Another traditional pathway is getting a PhD in an agricultural economics or similar applied economics program. These programs are located at historical Land Grant universities that have grown into state flagships, such as Purdue University and University of Illinois Urbana Champaign. As in “vanilla” economics programs, a PhD in agricultural economics provides training in economic theory, mathematics, and statistics, and students must complete a dissertation. There are a few key differences between agricultural economics and economics graduate study, though. First, agricultural economics departments are usually housed in an agricultural and natural resources college, with a mandate to provide research and education that contributes, as directly as practicable, to the productivity and wellbeing of households and workers. Second, a greater portion of faculty and graduate student research is grant-funded. As a result, “ag econ” PhD students tend to start research earlier in the program, work more closely with a PhD faculty supervisor, and have more cross-disciplinary experiences (especially in agriculture and natural resource topics).


Usually, students interested in a PhD in agricultural economics pursue a MA or MS before applying to the PhD. It could be a MA in economics, a MS in agricultural economics, or some other degree. I would recommend an MS in agricultural economics because you are more likely to get the research mentoring and experience you will need to be successful during the PhD. It is also likely to provide more of the applied technical experience that employers are looking for. However, while pursuing a MA or MS before applying to a PhD is common in agricultural and other applied economics fields, it is not the traditional path in vanilla economics programs; it can be done, but know that most MA or MS programs do not provide all the preparation needed for a PhD in economics (such as coursework in probability theory and real analysis).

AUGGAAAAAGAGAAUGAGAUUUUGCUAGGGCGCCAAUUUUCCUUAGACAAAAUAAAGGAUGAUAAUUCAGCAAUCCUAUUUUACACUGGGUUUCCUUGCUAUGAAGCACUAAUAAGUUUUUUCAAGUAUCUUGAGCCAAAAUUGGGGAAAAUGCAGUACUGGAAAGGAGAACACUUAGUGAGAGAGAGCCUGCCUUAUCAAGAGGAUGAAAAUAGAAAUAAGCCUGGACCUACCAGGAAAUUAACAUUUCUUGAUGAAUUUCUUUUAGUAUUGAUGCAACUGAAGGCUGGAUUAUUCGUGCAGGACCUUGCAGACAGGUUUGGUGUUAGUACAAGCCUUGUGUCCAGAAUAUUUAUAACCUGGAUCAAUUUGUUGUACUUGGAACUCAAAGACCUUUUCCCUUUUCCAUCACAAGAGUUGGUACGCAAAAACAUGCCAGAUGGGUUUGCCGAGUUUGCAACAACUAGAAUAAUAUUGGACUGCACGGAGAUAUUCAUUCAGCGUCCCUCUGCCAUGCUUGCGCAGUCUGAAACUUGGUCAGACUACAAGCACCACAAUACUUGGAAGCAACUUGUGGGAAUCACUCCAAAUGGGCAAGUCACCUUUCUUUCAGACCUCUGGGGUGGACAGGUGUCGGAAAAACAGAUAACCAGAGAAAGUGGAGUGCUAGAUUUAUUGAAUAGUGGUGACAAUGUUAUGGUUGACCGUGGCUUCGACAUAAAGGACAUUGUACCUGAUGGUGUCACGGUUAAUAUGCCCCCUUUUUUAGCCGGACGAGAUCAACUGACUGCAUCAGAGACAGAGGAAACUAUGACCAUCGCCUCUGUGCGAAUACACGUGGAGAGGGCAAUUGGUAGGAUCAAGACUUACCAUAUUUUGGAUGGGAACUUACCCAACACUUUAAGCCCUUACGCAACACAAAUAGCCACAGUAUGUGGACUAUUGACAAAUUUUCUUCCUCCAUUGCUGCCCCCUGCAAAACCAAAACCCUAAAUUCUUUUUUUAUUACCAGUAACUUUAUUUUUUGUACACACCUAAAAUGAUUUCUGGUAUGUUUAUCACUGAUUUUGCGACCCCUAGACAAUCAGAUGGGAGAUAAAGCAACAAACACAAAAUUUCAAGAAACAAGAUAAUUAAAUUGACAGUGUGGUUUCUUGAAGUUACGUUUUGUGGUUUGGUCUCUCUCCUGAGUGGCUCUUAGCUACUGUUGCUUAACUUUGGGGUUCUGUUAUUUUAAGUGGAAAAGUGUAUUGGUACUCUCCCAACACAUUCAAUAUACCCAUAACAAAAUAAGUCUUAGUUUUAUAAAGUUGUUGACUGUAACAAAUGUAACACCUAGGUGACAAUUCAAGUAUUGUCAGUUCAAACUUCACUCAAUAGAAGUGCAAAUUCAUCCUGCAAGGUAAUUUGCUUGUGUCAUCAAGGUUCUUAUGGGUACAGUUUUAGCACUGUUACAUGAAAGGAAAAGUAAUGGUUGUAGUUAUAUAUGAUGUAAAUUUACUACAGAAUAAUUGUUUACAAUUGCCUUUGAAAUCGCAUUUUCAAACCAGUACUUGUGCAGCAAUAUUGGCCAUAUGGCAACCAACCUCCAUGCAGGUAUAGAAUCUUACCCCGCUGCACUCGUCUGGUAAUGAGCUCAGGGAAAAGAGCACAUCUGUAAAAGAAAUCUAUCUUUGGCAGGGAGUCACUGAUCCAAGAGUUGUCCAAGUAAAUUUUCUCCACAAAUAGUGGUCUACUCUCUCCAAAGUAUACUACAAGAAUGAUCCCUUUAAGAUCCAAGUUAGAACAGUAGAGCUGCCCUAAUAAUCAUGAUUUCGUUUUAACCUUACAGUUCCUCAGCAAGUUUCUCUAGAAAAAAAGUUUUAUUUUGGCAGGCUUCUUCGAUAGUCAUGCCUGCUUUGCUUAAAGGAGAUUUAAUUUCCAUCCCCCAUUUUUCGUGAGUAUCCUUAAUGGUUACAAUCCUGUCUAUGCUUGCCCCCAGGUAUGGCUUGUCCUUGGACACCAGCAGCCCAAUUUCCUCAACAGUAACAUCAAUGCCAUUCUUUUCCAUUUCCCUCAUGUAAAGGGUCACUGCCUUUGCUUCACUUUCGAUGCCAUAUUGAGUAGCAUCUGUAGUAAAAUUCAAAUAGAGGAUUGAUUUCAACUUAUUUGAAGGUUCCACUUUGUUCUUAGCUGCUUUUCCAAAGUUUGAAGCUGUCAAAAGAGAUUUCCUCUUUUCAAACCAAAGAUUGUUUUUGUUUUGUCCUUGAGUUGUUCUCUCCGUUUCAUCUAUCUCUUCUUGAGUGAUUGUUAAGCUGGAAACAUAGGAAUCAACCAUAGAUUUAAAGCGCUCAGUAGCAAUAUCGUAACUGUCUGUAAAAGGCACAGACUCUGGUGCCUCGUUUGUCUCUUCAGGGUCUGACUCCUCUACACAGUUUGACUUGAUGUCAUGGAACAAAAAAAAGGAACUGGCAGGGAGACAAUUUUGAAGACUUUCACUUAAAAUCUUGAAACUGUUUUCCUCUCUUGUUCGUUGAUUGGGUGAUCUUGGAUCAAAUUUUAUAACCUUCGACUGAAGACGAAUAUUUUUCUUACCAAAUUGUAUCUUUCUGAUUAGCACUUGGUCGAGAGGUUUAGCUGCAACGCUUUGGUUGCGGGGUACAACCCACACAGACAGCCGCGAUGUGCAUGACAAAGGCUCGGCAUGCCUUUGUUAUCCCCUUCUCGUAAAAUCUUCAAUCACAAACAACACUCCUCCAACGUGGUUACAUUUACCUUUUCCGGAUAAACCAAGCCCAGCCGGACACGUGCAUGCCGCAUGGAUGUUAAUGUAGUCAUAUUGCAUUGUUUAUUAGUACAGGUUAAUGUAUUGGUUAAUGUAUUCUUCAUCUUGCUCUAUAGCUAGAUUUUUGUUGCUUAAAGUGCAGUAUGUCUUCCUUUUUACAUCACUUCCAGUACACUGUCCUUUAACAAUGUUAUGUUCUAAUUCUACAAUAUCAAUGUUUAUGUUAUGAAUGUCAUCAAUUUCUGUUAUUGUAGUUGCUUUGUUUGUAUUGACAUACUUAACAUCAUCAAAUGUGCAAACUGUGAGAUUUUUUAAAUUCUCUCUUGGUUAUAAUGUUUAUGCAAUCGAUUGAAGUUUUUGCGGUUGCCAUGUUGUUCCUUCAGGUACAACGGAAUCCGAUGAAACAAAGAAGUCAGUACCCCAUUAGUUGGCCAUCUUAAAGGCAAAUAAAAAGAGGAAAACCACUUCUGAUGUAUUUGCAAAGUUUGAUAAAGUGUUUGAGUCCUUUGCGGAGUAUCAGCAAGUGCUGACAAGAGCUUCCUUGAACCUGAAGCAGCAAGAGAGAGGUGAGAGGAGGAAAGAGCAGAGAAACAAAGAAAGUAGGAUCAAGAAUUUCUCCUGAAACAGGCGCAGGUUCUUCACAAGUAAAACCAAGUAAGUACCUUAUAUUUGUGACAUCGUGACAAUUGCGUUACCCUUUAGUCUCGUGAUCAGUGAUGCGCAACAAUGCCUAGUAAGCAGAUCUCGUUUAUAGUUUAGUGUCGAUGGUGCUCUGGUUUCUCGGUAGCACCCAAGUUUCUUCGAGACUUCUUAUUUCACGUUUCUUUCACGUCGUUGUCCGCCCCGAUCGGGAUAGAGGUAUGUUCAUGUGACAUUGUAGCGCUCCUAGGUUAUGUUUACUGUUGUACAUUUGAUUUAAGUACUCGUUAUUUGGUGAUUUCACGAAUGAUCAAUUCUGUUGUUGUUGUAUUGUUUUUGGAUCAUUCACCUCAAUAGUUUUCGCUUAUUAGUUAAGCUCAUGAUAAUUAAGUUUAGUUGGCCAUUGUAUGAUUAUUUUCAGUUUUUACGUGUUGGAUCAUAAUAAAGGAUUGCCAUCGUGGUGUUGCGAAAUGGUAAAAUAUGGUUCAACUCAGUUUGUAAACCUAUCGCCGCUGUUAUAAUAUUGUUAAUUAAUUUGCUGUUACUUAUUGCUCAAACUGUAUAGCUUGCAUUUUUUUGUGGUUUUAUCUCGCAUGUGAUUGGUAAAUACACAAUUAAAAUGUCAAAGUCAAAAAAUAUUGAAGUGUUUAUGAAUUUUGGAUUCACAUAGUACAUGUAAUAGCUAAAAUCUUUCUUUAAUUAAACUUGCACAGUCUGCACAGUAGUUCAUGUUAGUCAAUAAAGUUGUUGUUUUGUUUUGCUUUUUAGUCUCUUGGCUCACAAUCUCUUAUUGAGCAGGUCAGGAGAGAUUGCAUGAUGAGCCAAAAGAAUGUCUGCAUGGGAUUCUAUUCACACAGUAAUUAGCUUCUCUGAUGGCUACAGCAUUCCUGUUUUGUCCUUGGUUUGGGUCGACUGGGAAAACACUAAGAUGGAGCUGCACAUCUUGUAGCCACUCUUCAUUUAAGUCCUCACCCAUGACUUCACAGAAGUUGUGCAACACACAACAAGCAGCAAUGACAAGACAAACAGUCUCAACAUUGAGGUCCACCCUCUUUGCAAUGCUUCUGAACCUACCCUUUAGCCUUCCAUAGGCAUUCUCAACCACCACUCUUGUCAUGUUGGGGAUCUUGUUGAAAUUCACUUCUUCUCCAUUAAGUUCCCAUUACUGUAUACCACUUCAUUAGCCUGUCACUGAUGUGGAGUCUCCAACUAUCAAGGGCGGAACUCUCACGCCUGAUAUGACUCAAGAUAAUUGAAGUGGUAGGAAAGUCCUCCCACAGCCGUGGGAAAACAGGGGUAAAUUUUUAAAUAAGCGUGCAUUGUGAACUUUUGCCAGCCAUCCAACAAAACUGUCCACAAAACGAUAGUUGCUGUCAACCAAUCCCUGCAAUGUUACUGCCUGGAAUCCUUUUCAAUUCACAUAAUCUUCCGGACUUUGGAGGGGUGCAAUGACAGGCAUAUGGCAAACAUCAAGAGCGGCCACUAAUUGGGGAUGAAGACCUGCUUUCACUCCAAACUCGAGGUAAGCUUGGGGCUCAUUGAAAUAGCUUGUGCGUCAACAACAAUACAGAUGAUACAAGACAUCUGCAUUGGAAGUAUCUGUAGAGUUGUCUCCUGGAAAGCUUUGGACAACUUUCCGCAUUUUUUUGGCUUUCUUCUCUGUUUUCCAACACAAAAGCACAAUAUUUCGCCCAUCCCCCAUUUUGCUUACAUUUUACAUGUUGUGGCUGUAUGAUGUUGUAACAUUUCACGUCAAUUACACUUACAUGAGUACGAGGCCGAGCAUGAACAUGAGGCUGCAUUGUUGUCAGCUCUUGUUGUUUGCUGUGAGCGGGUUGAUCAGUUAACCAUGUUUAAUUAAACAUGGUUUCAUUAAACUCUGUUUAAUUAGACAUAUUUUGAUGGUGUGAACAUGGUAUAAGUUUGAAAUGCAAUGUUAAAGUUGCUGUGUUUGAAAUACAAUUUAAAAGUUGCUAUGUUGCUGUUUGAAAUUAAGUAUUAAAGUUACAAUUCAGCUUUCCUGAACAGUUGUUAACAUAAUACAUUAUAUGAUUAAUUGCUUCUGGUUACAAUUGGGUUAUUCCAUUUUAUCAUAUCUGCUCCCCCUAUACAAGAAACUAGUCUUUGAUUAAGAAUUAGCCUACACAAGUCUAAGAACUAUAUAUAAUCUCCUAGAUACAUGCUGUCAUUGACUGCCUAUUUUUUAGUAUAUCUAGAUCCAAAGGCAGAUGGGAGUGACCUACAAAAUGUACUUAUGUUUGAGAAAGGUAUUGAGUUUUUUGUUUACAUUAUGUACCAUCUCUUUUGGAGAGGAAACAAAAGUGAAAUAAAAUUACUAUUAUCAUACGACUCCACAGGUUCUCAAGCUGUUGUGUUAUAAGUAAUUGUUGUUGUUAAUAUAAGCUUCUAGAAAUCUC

A MA or MS degree in economics also prepares graduates for research and analysis. Similar to a PhD, graduates will know how to answer research questions with rigorous methods, though not necessarily to push forward the methodological frontier. These programs can last from one to two years. Some programs require writing a thesis after the first year of coursework. Not all flagship universities offer a terminal MA or MS in economics, though. However, many non-flagship universities do; these programs tend to be less competitive and, due to fewer faculty, may specialize in some topics more than others. Thus, if you have taken few economics and mathematics courses as an undergraduate, an MA or MS could provide a good path, however if you are interested in environmental economics, you may find it difficult to find a program that offers graduate coursework related to the environment; in this case, you may want to consider a MS in agricultural economics, because agricultural economics departments often have several environmental and resource economics faculty.

Degree preparation

Students tend to fall into one of the following groups, based on their coursework. (I call out environmental economics in the first box as the topics course because almost every student I interact with has taken or is taking environmental economics or similarly themed course, like ecological economics.)


Principals of Microeconomics

Business Statistics

Calculus I

Environmental Economics or other topics course


Intermediate Microeconomics


Calculus II

Independent research course


Probability Theory

Linear Algebra

Calculus III

Real Analysis

The beginning student has taken a couple courses in economics as well as courses in statistics and calculus. The statistics course is often part of their major requirement (that may be named something like Environmental Statistics for environmental studies majors or Statistics for Social Research for sociology majors, such as at Loyola University Chicago). The calculus course is usually a university core required for graduation. The student may be interested in but without much experience in research.


The intermediate student has the basic courses, plus intermediate microeconomics, econometrics, and more calculus. If I am working with a beginning student at Loyola, then I either strongly encourage this set of courses as part of my mentoring. Similarly, other students may take the econometrics course at the behest of a faculty mentor supervising their independent research. Probably most students fall into this category because they are majoring in economics. In any case, this is the type of student that approaches me asking about graduate school. It is also the type of student I usually hire as a graduate research assistant.